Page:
While the May Day protests achieve little, it would be remiss of economists to ignore what lurks beneath the dreadlocks and violence, says George Pitcher
I was mildly irritated last Thursday night to be stuck in a cab in Trafalgar Square as riot police charged up the Strand to quell a hot-spot of May Day anti-capitalist demonstrators. I was trying to get home and, fuelled by rather too much white Burgundy at the Garrick Club, my irritation turned to whimsy as I contemplated the irrationality of what was going on. These people are presumably anti-car and supporters of the congestion charge, so it made me smile that the traffic was backed up to Cambridge Circus by their own form of congestion.
Then it occurred to me that I was probably precisely the kind of fat-cat boss (in their eyes) that they were looking to inconvenience. But London taxi drivers must also be examples of free-market economics, not to mention financial greed and environment-damaging carbon fuels.
And here was my driver, ratcheting up his fare on the clock as we sat in gridlock, courtesy of the anti-capitalist demonstrators. That might have qualified as irony, if my cabbie had done irony, which he didn’t. He didn’t think it was funny at all, but then he was sober.
So was I by the time I got home. Newsnight was on and an articulate and radical economist was doing a package about the anti-capitalist case. She was from the New Economics Foundation (NEF) and the gist of it was that industry and its investors are obsessed with growth, which is actually an inefficient way to run an economy.
It set me thinking that the alternative, sensible wing of the anti-capitalist movement has been gaining ground since the May Day demonstrations were revitalised three years ago.
This faction’s problem is that the overall movement’s image is prescribed by the “crusties” with dreadlocks and dogs on strings.
But the shabby element, high profile as it is, shouldn’t detract from the quality of the ideological case of those who offer an alternative methodology for business.
The NEF is far from alone in dissenting from the orthodox way of running businesses. Nor is dissent the exclusive preserve of intellectual, leftie organisations. While damaging property and low standards of personal hygiene can’t be condoned, the protesters may have a point when it comes to the weaknesses of globalisation in addressing social ills and the narrow, short-termism of business investment strategies.
I commend the work of John Kay in this regard. His new book, The Truth About Markets, identifies the New Right doctrines of what he calls the American Business Model, and concludes that the economic success of the world’s richest nations results from the quality of their institutions rather than the abilities of those who exercise authority over them.
The West’s prosperity is therefore not because of any inherent virtue within its economic system, which allows short-term earnings for institutional shareholders to prevail. It is merely due to markets and financial institutions making the best of a bad job.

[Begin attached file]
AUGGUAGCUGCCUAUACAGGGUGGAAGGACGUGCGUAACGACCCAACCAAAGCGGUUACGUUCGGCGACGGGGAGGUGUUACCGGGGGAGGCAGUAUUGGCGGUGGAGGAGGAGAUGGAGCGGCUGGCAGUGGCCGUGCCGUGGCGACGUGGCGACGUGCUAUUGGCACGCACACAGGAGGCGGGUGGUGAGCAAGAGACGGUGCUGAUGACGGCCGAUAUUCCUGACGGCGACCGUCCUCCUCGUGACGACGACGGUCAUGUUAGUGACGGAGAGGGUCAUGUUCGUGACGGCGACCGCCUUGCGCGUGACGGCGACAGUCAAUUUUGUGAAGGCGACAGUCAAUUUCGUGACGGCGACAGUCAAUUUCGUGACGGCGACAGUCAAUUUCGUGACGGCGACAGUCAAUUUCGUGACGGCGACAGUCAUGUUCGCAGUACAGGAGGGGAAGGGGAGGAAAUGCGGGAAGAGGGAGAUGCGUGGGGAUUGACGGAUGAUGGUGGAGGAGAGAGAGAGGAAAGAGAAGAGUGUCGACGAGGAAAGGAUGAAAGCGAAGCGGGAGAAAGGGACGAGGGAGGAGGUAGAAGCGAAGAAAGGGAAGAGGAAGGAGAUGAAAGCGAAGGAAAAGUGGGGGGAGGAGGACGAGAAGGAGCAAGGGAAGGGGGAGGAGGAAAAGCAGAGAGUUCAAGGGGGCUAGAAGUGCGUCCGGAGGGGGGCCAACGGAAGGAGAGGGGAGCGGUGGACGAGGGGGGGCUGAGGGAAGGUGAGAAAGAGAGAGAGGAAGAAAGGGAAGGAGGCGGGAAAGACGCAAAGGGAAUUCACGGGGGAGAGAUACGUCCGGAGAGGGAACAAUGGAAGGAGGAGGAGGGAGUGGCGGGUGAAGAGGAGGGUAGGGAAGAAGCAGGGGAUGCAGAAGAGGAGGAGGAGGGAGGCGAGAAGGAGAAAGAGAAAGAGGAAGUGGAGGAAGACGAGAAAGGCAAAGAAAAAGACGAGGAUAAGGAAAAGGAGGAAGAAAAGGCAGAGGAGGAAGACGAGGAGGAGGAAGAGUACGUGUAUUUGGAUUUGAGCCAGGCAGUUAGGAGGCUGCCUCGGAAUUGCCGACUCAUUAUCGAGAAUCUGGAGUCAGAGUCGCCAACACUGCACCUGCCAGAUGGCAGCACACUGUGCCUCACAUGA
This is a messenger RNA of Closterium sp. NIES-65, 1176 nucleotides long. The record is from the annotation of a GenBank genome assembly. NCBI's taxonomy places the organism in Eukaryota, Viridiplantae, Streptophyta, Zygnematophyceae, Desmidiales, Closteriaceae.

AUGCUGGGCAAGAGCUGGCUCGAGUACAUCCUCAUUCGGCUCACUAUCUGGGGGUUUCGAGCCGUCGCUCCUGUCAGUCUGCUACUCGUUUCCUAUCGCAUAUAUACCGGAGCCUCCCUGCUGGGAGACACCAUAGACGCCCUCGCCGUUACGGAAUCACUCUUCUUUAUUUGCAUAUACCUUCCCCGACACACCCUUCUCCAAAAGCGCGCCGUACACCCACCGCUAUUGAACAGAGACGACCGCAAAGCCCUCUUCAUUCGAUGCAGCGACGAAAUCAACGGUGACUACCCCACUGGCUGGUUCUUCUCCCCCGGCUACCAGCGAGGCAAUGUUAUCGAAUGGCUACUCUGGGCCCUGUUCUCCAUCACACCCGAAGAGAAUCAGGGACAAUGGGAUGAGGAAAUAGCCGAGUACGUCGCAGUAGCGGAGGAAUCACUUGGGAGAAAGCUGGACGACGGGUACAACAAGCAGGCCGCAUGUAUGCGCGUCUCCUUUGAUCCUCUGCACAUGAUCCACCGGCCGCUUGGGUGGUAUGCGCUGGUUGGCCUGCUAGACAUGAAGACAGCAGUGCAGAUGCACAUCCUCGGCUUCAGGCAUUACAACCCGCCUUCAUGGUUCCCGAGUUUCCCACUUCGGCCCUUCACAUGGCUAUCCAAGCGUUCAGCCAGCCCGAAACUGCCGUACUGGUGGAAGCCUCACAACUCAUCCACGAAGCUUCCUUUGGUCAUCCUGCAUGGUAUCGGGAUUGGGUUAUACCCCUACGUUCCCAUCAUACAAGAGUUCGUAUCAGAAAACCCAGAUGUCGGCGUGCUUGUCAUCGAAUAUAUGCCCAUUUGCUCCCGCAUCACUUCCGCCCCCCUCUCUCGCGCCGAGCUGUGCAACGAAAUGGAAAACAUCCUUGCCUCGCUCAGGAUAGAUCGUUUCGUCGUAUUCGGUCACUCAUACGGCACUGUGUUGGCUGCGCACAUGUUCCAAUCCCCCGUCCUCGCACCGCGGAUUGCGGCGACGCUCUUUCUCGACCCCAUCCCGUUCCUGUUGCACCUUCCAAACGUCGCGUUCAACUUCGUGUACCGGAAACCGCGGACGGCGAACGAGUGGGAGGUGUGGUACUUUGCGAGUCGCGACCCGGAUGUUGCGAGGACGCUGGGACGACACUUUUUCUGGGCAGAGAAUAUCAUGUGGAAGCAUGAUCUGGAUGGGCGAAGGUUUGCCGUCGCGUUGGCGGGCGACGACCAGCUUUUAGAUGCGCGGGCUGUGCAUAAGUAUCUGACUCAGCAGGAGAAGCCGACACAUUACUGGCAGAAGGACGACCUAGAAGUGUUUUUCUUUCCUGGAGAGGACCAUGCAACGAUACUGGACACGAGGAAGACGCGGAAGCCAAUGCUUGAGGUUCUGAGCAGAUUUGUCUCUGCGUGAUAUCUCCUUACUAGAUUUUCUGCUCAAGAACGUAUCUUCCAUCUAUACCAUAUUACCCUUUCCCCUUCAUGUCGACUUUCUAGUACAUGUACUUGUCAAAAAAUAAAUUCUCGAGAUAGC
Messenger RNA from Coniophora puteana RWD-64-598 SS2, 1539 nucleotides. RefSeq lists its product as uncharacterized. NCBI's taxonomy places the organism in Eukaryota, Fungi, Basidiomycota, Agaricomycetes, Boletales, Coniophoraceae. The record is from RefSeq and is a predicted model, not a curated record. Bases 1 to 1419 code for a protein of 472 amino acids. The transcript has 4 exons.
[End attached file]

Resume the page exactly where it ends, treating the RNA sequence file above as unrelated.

Indeed, according to Kay, the impoverished systems of places such as Nigeria and Haiti most closely resemble the prescription of the American Business Model, which could be defined as individualism under weak government.
This theme is increasingly being picked up by more enlightened multinationals, which recognise that, while their overriding priority is making satisfactory returns for shareholders, doing business in a global economy is more complicated than serving that priority to the exclusion of all others.
Similarly, non-governmental organisations (NGOs), such as Greenpeace and Friends of the Earth, are for their part recognising that confrontation with businesses is less productive than working alongside them to achieve social and environmental aims.
You could have fooled me last week in Trafalgar Square. Yet indications exist that a new approach to global markets is unfolding. One of these indications is the World Development Corporation, a federation of multinationals which looks to implement social programmes in developing economies. Not just because it’s the right thing to do, but because, in the long run, they’ll make more money that way.
This movement makes for some odd bedfellows. Prince Charles has just written a foreword to a compilation of essays from the likes of Gordon Brown, Dr Jonathan Sacks and Baroness Williams, called Making Globalisation Good.
Much of this effort will amount to little more than the feeble attempts by the Corporate Social Responsibility (CSR) community to make business look “nice”. But, at the more radical end, efforts to alter the priorities of capitalism in order to make it more efficient will gain ground.
It’s a slow process. Oddly enough, at least some of it can be traced to Brian Griffiths, who advised Margaret Thatcher in the Eighties and who deduced principles such as the imperatives of wealth creation and private property – and probably gave Thatcher her horrible observation that the Good Samaritan had money – but distanced government from the determinist capitalism of Friedrich Hayek and Milton Friedman.
It’s a movement worth watching. And we shouldn’t be sidetracked by those who try to make Trafalgar Square look like Tiananmen Square. Just because their methods are wrong doesn’t make our business methods right.
George Pitcher is a partner at communications management consultancy Luther Pendragon